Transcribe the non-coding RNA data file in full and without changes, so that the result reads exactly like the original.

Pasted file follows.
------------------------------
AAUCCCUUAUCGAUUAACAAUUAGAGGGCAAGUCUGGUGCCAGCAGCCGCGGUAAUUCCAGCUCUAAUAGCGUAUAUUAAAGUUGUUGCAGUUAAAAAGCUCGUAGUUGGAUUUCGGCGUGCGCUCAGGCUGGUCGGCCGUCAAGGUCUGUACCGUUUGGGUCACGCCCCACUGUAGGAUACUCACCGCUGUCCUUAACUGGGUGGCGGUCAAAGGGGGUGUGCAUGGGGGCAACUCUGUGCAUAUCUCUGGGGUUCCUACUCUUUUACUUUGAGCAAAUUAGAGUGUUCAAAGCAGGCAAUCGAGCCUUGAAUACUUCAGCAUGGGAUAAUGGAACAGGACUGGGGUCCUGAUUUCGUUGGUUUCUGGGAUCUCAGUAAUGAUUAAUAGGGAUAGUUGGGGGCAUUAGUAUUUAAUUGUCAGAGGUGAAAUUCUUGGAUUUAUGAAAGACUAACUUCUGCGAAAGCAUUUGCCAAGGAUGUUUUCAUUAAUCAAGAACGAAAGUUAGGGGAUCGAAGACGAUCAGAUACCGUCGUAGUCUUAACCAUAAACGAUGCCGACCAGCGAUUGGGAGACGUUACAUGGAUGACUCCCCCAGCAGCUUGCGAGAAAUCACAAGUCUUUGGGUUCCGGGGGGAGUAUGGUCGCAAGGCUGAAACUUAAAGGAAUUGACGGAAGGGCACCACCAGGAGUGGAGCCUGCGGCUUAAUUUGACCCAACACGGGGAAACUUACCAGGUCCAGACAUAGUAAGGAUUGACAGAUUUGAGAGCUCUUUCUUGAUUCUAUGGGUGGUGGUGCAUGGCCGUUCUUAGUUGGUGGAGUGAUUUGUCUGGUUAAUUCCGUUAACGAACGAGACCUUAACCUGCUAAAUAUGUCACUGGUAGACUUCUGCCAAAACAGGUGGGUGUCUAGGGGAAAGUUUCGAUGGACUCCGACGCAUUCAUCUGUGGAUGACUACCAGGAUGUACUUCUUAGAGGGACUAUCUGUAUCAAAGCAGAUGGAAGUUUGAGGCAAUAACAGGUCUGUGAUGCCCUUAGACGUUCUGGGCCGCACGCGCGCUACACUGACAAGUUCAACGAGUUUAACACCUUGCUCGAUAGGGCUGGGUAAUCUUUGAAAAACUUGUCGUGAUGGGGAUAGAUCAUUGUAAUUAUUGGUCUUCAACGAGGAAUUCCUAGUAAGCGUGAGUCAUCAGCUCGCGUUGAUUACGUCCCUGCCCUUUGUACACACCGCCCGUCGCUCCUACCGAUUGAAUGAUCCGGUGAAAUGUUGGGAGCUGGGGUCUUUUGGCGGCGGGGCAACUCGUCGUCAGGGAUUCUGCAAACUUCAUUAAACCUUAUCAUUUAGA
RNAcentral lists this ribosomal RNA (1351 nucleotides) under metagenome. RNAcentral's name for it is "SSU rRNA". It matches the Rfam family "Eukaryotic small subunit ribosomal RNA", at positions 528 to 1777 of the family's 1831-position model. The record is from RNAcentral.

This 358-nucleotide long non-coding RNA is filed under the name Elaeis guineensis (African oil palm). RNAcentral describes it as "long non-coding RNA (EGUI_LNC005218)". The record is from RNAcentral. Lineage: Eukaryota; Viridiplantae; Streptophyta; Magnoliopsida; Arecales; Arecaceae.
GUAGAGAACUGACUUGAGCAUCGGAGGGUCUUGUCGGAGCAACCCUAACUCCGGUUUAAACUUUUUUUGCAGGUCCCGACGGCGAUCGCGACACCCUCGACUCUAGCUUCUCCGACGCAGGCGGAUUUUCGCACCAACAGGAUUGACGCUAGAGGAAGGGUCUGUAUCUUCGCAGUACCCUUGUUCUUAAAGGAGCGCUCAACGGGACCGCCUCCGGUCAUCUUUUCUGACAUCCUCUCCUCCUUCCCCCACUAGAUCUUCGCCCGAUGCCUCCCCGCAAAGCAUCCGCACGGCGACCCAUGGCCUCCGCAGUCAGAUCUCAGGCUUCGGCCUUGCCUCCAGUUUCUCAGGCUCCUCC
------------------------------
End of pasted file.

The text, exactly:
AAUCCCUUAUCGAUUAACAAUUAGAGGGCAAGUCUGGUGCCAGCAGCCGCGGUAAUUCCAGCUCUAAUAGCGUAUAUUAAAGUUGUUGCAGUUAAAAAGCUCGUAGUUGGAUUUCGGCGUGCGCUCAGGCUGGUCGGCCGUCAAGGUCUGUACCGUUUGGGUCACGCCCCACUGUAGGAUACUCACCGCUGUCCUUAACUGGGUGGCGGUCAAAGGGGGUGUGCAUGGGGGCAACUCUGUGCAUAUCUCUGGGGUUCCUACUCUUUUACUUUGAGCAAAUUAGAGUGUUCAAAGCAGGCAAUCGAGCCUUGAAUACUUCAGCAUGGGAUAAUGGAACAGGACUGGGGUCCUGAUUUCGUUGGUUUCUGGGAUCUCAGUAAUGAUUAAUAGGGAUAGUUGGGGGCAUUAGUAUUUAAUUGUCAGAGGUGAAAUUCUUGGAUUUAUGAAAGACUAACUUCUGCGAAAGCAUUUGCCAAGGAUGUUUUCAUUAAUCAAGAACGAAAGUUAGGGGAUCGAAGACGAUCAGAUACCGUCGUAGUCUUAACCAUAAACGAUGCCGACCAGCGAUUGGGAGACGUUACAUGGAUGACUCCCCCAGCAGCUUGCGAGAAAUCACAAGUCUUUGGGUUCCGGGGGGAGUAUGGUCGCAAGGCUGAAACUUAAAGGAAUUGACGGAAGGGCACCACCAGGAGUGGAGCCUGCGGCUUAAUUUGACCCAACACGGGGAAACUUACCAGGUCCAGACAUAGUAAGGAUUGACAGAUUUGAGAGCUCUUUCUUGAUUCUAUGGGUGGUGGUGCAUGGCCGUUCUUAGUUGGUGGAGUGAUUUGUCUGGUUAAUUCCGUUAACGAACGAGACCUUAACCUGCUAAAUAUGUCACUGGUAGACUUCUGCCAAAACAGGUGGGUGUCUAGGGGAAAGUUUCGAUGGACUCCGACGCAUUCAUCUGUGGAUGACUACCAGGAUGUACUUCUUAGAGGGACUAUCUGUAUCAAAGCAGAUGGAAGUUUGAGGCAAUAACAGGUCUGUGAUGCCCUUAGACGUUCUGGGCCGCACGCGCGCUACACUGACAAGUUCAACGAGUUUAACACCUUGCUCGAUAGGGCUGGGUAAUCUUUGAAAAACUUGUCGUGAUGGGGAUAGAUCAUUGUAAUUAUUGGUCUUCAACGAGGAAUUCCUAGUAAGCGUGAGUCAUCAGCUCGCGUUGAUUACGUCCCUGCCCUUUGUACACACCGCCCGUCGCUCCUACCGAUUGAAUGAUCCGGUGAAAUGUUGGGAGCUGGGGUCUUUUGGCGGCGGGGCAACUCGUCGUCAGGGAUUCUGCAAACUUCAUUAAACCUUAUCAUUUAGA
RNAcentral lists this ribosomal RNA (1351 nucleotides) under metagenome. RNAcentral's name for it is "SSU rRNA". It matches the Rfam family "Eukaryotic small subunit ribosomal RNA", at positions 528 to 1777 of the family's 1831-position model. The record is from RNAcentral.

This 358-nucleotide long non-coding RNA is filed under the name Elaeis guineensis (African oil palm). RNAcentral describes it as "long non-coding RNA (EGUI_LNC005218)". The record is from RNAcentral. Lineage: Eukaryota; Viridiplantae; Streptophyta; Magnoliopsida; Arecales; Arecaceae.
GUAGAGAACUGACUUGAGCAUCGGAGGGUCUUGUCGGAGCAACCCUAACUCCGGUUUAAACUUUUUUUGCAGGUCCCGACGGCGAUCGCGACACCCUCGACUCUAGCUUCUCCGACGCAGGCGGAUUUUCGCACCAACAGGAUUGACGCUAGAGGAAGGGUCUGUAUCUUCGCAGUACCCUUGUUCUUAAAGGAGCGCUCAACGGGACCGCCUCCGGUCAUCUUUUCUGACAUCCUCUCCUCCUUCCCCCACUAGAUCUUCGCCCGAUGCCUCCCCGCAAAGCAUCCGCACGGCGACCCAUGGCCUCCGCAGUCAGAUCUCAGGCUUCGGCCUUGCCUCCAGUUUCUCAGGCUCCUCC